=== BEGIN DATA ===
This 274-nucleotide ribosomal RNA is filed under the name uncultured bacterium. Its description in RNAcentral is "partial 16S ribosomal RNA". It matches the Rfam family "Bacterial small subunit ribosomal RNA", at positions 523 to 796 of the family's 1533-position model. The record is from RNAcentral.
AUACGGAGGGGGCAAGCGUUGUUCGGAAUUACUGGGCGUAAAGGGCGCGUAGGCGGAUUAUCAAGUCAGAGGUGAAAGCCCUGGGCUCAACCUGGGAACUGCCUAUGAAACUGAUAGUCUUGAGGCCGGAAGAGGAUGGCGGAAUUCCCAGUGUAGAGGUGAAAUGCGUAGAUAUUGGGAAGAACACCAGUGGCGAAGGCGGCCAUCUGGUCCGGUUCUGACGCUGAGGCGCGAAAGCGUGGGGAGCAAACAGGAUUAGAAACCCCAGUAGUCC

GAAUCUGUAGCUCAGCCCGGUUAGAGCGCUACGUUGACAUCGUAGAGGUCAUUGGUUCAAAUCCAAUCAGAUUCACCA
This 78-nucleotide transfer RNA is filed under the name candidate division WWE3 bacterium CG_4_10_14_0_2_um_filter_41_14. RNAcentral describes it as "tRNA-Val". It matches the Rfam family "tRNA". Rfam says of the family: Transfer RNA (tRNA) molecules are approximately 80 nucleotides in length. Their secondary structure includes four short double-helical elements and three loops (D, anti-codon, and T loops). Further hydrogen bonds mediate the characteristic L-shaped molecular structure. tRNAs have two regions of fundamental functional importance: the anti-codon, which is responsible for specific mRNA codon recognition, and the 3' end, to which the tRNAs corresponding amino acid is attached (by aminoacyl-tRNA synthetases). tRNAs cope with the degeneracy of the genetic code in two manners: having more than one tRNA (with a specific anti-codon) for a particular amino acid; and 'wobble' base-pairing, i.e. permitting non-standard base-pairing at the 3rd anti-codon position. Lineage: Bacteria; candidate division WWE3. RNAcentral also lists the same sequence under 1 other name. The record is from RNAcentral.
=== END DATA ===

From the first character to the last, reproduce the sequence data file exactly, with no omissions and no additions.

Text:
This 274-nucleotide ribosomal RNA is filed under the name uncultured bacterium. Its description in RNAcentral is "partial 16S ribosomal RNA". It matches the Rfam family "Bacterial small subunit ribosomal RNA", at positions 523 to 796 of the family's 1533-position model. The record is from RNAcentral.
AUACGGAGGGGGCAAGCGUUGUUCGGAAUUACUGGGCGUAAAGGGCGCGUAGGCGGAUUAUCAAGUCAGAGGUGAAAGCCCUGGGCUCAACCUGGGAACUGCCUAUGAAACUGAUAGUCUUGAGGCCGGAAGAGGAUGGCGGAAUUCCCAGUGUAGAGGUGAAAUGCGUAGAUAUUGGGAAGAACACCAGUGGCGAAGGCGGCCAUCUGGUCCGGUUCUGACGCUGAGGCGCGAAAGCGUGGGGAGCAAACAGGAUUAGAAACCCCAGUAGUCC

GAAUCUGUAGCUCAGCCCGGUUAGAGCGCUACGUUGACAUCGUAGAGGUCAUUGGUUCAAAUCCAAUCAGAUUCACCA
This 78-nucleotide transfer RNA is filed under the name candidate division WWE3 bacterium CG_4_10_14_0_2_um_filter_41_14. RNAcentral describes it as "tRNA-Val". It matches the Rfam family "tRNA". Rfam says of the family: Transfer RNA (tRNA) molecules are approximately 80 nucleotides in length. Their secondary structure includes four short double-helical elements and three loops (D, anti-codon, and T loops). Further hydrogen bonds mediate the characteristic L-shaped molecular structure. tRNAs have two regions of fundamental functional importance: the anti-codon, which is responsible for specific mRNA codon recognition, and the 3' end, to which the tRNAs corresponding amino acid is attached (by aminoacyl-tRNA synthetases). tRNAs cope with the degeneracy of the genetic code in two manners: having more than one tRNA (with a specific anti-codon) for a particular amino acid; and 'wobble' base-pairing, i.e. permitting non-standard base-pairing at the 3rd anti-codon position. Lineage: Bacteria; candidate division WWE3. RNAcentral also lists the same sequence under 1 other name. The record is from RNAcentral.